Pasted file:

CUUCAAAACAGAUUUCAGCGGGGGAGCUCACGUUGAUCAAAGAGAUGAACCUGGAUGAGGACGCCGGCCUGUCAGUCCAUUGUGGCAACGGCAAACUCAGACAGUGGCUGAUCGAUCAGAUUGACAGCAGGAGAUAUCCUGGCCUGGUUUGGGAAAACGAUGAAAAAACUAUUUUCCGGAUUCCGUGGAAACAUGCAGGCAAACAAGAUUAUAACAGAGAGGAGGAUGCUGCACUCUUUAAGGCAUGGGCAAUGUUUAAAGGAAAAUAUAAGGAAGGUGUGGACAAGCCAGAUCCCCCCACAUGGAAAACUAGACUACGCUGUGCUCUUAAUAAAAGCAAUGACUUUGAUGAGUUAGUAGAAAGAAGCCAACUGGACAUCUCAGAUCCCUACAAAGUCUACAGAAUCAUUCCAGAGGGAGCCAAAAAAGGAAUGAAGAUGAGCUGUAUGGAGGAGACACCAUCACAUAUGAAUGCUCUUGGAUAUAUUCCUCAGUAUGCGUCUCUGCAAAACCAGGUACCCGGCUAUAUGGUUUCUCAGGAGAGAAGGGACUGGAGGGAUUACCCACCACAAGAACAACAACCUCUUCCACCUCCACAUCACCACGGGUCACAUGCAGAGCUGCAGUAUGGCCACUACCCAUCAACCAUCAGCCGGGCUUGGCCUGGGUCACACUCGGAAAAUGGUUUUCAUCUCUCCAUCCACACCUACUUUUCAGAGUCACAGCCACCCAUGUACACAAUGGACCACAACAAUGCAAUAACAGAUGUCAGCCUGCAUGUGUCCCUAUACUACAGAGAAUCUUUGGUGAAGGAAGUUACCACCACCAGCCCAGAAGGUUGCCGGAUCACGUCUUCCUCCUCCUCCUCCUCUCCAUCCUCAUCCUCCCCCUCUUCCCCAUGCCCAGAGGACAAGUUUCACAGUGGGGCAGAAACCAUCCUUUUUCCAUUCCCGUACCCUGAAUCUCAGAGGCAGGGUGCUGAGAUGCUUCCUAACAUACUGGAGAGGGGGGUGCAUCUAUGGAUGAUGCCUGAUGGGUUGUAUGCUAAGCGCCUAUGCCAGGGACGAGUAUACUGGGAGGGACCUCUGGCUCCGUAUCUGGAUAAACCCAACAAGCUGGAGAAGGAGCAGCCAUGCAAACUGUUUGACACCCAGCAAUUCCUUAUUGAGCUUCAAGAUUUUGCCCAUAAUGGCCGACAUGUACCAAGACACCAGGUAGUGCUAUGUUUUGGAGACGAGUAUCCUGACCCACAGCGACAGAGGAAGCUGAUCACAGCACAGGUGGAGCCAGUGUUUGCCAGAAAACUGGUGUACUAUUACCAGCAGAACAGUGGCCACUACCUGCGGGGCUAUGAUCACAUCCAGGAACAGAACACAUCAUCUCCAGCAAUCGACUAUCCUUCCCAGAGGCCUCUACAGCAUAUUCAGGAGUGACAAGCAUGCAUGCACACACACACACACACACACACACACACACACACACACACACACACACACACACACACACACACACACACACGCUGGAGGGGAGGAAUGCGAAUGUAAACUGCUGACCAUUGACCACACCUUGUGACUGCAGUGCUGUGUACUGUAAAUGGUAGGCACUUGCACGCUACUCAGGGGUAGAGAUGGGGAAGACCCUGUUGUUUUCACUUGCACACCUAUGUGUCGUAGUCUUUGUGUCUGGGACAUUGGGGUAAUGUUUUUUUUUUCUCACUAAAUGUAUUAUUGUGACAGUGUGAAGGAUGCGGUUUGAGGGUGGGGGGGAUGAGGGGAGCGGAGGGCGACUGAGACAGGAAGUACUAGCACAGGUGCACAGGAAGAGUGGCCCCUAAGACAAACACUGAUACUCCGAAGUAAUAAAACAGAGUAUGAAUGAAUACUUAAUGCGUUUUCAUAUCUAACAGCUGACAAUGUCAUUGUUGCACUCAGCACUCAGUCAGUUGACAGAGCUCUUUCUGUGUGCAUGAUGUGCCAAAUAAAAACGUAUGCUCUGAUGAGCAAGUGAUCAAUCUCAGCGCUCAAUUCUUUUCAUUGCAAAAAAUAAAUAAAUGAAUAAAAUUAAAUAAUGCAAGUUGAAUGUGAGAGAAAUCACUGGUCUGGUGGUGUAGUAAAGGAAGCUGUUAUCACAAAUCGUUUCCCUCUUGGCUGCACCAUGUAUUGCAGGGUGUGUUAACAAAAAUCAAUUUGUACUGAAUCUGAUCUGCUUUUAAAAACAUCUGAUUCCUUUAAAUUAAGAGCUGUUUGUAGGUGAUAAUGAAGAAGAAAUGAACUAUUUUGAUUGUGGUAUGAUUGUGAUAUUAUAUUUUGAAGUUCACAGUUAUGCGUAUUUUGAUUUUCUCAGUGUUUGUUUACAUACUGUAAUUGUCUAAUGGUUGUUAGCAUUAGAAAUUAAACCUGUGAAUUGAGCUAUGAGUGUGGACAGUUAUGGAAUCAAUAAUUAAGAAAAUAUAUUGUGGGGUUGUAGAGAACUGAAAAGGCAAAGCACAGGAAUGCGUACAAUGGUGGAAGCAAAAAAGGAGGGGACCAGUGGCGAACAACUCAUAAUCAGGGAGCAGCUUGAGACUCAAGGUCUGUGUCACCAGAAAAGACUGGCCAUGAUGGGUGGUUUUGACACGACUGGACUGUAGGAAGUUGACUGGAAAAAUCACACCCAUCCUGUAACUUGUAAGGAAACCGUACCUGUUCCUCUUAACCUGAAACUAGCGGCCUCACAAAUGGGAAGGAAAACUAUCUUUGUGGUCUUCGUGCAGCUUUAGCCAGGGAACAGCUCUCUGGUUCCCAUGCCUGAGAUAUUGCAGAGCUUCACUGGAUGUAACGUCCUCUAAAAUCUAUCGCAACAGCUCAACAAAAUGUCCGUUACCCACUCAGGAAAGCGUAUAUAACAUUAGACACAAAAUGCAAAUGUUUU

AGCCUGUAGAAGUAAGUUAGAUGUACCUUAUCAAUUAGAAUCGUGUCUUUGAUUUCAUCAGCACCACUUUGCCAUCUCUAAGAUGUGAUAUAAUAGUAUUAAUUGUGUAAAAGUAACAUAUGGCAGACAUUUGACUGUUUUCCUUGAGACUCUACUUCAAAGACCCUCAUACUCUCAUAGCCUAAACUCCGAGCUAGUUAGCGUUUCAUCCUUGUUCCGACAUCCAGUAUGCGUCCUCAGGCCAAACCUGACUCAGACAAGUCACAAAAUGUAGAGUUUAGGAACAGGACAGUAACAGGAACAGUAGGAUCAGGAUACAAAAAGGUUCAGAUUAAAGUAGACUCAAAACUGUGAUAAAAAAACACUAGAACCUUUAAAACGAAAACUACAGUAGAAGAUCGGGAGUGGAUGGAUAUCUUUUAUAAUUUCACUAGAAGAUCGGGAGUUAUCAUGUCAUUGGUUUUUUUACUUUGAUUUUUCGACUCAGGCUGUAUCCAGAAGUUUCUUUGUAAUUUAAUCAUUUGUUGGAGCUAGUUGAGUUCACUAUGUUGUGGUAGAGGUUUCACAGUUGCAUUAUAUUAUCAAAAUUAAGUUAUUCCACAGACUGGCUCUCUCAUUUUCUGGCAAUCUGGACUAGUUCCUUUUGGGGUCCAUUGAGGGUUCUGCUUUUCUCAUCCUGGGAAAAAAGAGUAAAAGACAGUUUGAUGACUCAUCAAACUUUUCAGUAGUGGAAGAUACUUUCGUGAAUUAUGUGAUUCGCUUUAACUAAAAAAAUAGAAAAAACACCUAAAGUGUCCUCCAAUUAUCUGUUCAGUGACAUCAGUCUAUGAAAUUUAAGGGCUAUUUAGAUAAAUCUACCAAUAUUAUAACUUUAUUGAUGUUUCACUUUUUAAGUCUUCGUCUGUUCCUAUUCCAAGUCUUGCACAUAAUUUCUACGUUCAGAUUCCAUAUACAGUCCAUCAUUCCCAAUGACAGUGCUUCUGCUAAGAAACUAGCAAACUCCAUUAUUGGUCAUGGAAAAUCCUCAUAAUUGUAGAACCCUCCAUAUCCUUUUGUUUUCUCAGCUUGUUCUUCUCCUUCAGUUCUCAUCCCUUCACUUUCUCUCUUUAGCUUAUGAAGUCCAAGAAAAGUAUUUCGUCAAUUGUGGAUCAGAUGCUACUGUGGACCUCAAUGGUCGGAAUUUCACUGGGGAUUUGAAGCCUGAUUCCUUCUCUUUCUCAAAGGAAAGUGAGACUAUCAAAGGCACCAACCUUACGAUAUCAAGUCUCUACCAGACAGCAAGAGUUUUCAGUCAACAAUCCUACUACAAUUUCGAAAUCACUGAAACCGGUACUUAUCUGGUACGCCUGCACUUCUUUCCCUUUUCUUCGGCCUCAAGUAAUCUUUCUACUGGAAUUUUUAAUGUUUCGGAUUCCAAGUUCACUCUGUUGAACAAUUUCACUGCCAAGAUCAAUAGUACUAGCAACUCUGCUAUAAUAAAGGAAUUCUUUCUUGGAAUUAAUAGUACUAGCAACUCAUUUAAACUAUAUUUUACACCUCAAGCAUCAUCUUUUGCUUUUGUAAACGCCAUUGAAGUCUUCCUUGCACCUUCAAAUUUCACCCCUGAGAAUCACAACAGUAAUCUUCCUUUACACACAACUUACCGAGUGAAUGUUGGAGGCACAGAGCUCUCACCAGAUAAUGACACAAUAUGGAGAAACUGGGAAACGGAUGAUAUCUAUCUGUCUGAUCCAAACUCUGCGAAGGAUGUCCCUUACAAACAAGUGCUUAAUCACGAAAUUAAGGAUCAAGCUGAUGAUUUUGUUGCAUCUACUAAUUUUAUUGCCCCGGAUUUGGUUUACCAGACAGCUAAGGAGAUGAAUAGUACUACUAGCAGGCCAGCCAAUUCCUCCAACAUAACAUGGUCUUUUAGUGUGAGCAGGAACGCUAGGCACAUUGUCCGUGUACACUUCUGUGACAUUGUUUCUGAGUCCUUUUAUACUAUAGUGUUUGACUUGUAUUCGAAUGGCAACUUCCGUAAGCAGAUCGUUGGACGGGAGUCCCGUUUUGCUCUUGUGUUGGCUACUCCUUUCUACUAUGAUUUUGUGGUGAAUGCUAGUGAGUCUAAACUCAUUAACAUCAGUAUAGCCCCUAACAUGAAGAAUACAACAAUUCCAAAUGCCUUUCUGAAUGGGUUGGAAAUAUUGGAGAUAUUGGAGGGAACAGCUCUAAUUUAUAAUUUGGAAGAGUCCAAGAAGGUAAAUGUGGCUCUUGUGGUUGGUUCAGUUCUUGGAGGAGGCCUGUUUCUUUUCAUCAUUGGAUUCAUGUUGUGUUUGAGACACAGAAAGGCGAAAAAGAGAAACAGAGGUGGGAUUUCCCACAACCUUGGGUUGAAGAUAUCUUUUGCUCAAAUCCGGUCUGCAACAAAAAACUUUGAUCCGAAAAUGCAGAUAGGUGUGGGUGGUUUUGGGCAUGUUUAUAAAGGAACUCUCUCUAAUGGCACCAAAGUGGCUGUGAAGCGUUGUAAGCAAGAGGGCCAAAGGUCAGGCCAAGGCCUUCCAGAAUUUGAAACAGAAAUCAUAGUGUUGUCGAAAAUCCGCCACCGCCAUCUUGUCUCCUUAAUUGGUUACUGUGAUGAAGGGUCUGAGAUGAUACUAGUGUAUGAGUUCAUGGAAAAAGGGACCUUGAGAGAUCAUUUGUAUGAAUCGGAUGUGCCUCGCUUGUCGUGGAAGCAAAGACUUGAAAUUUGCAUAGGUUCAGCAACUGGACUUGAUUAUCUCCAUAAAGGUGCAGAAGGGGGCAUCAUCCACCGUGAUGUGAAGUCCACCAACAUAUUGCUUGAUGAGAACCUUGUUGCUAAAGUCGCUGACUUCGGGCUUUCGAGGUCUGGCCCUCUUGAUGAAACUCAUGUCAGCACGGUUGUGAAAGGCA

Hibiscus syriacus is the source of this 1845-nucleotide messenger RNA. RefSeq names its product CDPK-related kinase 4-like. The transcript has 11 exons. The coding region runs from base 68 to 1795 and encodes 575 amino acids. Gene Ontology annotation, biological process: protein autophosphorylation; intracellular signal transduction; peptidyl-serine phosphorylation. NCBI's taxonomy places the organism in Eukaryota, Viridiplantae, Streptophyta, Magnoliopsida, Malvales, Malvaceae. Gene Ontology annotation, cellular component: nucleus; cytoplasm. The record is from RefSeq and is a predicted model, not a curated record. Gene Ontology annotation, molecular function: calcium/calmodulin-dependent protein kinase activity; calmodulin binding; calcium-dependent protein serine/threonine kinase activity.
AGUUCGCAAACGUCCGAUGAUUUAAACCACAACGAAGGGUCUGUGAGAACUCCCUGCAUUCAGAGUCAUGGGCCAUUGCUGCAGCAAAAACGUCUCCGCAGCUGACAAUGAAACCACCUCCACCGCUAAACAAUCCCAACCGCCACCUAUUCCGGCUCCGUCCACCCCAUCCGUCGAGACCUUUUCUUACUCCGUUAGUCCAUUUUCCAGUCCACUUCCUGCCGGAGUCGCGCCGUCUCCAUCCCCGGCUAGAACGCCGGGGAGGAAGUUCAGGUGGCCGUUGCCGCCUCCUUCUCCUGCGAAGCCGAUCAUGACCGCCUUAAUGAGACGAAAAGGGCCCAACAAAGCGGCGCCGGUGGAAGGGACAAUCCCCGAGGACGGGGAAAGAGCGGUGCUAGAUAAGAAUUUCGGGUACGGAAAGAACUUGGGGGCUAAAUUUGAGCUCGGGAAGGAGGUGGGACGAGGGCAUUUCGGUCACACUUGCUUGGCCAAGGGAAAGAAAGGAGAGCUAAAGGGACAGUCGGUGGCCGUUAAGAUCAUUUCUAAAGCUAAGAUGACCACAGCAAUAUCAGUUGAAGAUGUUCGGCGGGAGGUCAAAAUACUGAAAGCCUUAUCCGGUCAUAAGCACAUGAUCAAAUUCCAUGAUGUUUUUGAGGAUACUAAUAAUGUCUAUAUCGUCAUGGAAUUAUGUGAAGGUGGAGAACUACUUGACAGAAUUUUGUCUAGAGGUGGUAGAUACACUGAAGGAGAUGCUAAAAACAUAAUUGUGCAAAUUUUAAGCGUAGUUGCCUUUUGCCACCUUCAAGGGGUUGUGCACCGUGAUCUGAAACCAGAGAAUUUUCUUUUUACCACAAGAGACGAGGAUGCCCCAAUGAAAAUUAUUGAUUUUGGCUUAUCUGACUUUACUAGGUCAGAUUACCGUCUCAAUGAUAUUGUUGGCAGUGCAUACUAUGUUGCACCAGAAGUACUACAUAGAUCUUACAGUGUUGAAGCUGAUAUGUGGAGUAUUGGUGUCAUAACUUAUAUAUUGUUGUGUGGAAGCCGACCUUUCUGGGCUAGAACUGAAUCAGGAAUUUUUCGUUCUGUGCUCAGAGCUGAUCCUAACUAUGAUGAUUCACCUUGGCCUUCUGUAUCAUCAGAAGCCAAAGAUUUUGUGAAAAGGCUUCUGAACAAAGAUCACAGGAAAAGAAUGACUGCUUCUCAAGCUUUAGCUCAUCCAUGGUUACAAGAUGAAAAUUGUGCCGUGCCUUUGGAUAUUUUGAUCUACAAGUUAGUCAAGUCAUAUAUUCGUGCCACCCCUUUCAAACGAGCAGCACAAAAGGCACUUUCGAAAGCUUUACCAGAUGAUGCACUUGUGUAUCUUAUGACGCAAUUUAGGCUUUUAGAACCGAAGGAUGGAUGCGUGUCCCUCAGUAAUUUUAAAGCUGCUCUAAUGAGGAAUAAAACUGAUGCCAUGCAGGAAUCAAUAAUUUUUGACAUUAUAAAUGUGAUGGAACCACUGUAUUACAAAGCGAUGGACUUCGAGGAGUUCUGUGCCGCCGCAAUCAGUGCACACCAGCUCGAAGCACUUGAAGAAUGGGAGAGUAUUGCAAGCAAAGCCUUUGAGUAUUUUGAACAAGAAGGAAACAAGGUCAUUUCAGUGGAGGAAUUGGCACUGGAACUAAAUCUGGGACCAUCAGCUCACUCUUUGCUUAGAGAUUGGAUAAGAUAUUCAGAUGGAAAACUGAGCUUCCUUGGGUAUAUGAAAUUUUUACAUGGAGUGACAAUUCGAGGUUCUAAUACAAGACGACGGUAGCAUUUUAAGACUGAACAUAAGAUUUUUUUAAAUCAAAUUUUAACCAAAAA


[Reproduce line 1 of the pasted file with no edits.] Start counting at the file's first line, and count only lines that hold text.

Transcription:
CUUCAAAACAGAUUUCAGCGGGGGAGCUCACGUUGAUCAAAGAGAUGAACCUGGAUGAGGACGCCGGCCUGUCAGUCCAUUGUGGCAACGGCAAACUCAGACAGUGGCUGAUCGAUCAGAUUGACAGCAGGAGAUAUCCUGGCCUGGUUUGGGAAAACGAUGAAAAAACUAUUUUCCGGAUUCCGUGGAAACAUGCAGGCAAACAAGAUUAUAACAGAGAGGAGGAUGCUGCACUCUUUAAGGCAUGGGCAAUGUUUAAAGGAAAAUAUAAGGAAGGUGUGGACAAGCCAGAUCCCCCCACAUGGAAAACUAGACUACGCUGUGCUCUUAAUAAAAGCAAUGACUUUGAUGAGUUAGUAGAAAGAAGCCAACUGGACAUCUCAGAUCCCUACAAAGUCUACAGAAUCAUUCCAGAGGGAGCCAAAAAAGGAAUGAAGAUGAGCUGUAUGGAGGAGACACCAUCACAUAUGAAUGCUCUUGGAUAUAUUCCUCAGUAUGCGUCUCUGCAAAACCAGGUACCCGGCUAUAUGGUUUCUCAGGAGAGAAGGGACUGGAGGGAUUACCCACCACAAGAACAACAACCUCUUCCACCUCCACAUCACCACGGGUCACAUGCAGAGCUGCAGUAUGGCCACUACCCAUCAACCAUCAGCCGGGCUUGGCCUGGGUCACACUCGGAAAAUGGUUUUCAUCUCUCCAUCCACACCUACUUUUCAGAGUCACAGCCACCCAUGUACACAAUGGACCACAACAAUGCAAUAACAGAUGUCAGCCUGCAUGUGUCCCUAUACUACAGAGAAUCUUUGGUGAAGGAAGUUACCACCACCAGCCCAGAAGGUUGCCGGAUCACGUCUUCCUCCUCCUCCUCCUCUCCAUCCUCAUCCUCCCCCUCUUCCCCAUGCCCAGAGGACAAGUUUCACAGUGGGGCAGAAACCAUCCUUUUUCCAUUCCCGUACCCUGAAUCUCAGAGGCAGGGUGCUGAGAUGCUUCCUAACAUACUGGAGAGGGGGGUGCAUCUAUGGAUGAUGCCUGAUGGGUUGUAUGCUAAGCGCCUAUGCCAGGGACGAGUAUACUGGGAGGGACCUCUGGCUCCGUAUCUGGAUAAACCCAACAAGCUGGAGAAGGAGCAGCCAUGCAAACUGUUUGACACCCAGCAAUUCCUUAUUGAGCUUCAAGAUUUUGCCCAUAAUGGCCGACAUGUACCAAGACACCAGGUAGUGCUAUGUUUUGGAGACGAGUAUCCUGACCCACAGCGACAGAGGAAGCUGAUCACAGCACAGGUGGAGCCAGUGUUUGCCAGAAAACUGGUGUACUAUUACCAGCAGAACAGUGGCCACUACCUGCGGGGCUAUGAUCACAUCCAGGAACAGAACACAUCAUCUCCAGCAAUCGACUAUCCUUCCCAGAGGCCUCUACAGCAUAUUCAGGAGUGACAAGCAUGCAUGCACACACACACACACACACACACACACACACACACACACACACACACACACACACACACACACACACACACACGCUGGAGGGGAGGAAUGCGAAUGUAAACUGCUGACCAUUGACCACACCUUGUGACUGCAGUGCUGUGUACUGUAAAUGGUAGGCACUUGCACGCUACUCAGGGGUAGAGAUGGGGAAGACCCUGUUGUUUUCACUUGCACACCUAUGUGUCGUAGUCUUUGUGUCUGGGACAUUGGGGUAAUGUUUUUUUUUUCUCACUAAAUGUAUUAUUGUGACAGUGUGAAGGAUGCGGUUUGAGGGUGGGGGGGAUGAGGGGAGCGGAGGGCGACUGAGACAGGAAGUACUAGCACAGGUGCACAGGAAGAGUGGCCCCUAAGACAAACACUGAUACUCCGAAGUAAUAAAACAGAGUAUGAAUGAAUACUUAAUGCGUUUUCAUAUCUAACAGCUGACAAUGUCAUUGUUGCACUCAGCACUCAGUCAGUUGACAGAGCUCUUUCUGUGUGCAUGAUGUGCCAAAUAAAAACGUAUGCUCUGAUGAGCAAGUGAUCAAUCUCAGCGCUCAAUUCUUUUCAUUGCAAAAAAUAAAUAAAUGAAUAAAAUUAAAUAAUGCAAGUUGAAUGUGAGAGAAAUCACUGGUCUGGUGGUGUAGUAAAGGAAGCUGUUAUCACAAAUCGUUUCCCUCUUGGCUGCACCAUGUAUUGCAGGGUGUGUUAACAAAAAUCAAUUUGUACUGAAUCUGAUCUGCUUUUAAAAACAUCUGAUUCCUUUAAAUUAAGAGCUGUUUGUAGGUGAUAAUGAAGAAGAAAUGAACUAUUUUGAUUGUGGUAUGAUUGUGAUAUUAUAUUUUGAAGUUCACAGUUAUGCGUAUUUUGAUUUUCUCAGUGUUUGUUUACAUACUGUAAUUGUCUAAUGGUUGUUAGCAUUAGAAAUUAAACCUGUGAAUUGAGCUAUGAGUGUGGACAGUUAUGGAAUCAAUAAUUAAGAAAAUAUAUUGUGGGGUUGUAGAGAACUGAAAAGGCAAAGCACAGGAAUGCGUACAAUGGUGGAAGCAAAAAAGGAGGGGACCAGUGGCGAACAACUCAUAAUCAGGGAGCAGCUUGAGACUCAAGGUCUGUGUCACCAGAAAAGACUGGCCAUGAUGGGUGGUUUUGACACGACUGGACUGUAGGAAGUUGACUGGAAAAAUCACACCCAUCCUGUAACUUGUAAGGAAACCGUACCUGUUCCUCUUAACCUGAAACUAGCGGCCUCACAAAUGGGAAGGAAAACUAUCUUUGUGGUCUUCGUGCAGCUUUAGCCAGGGAACAGCUCUCUGGUUCCCAUGCCUGAGAUAUUGCAGAGCUUCACUGGAUGUAACGUCCUCUAAAAUCUAUCGCAACAGCUCAACAAAAUGUCCGUUACCCACUCAGGAAAGCGUAUAUAACAUUAGACACAAAAUGCAAAUGUUUU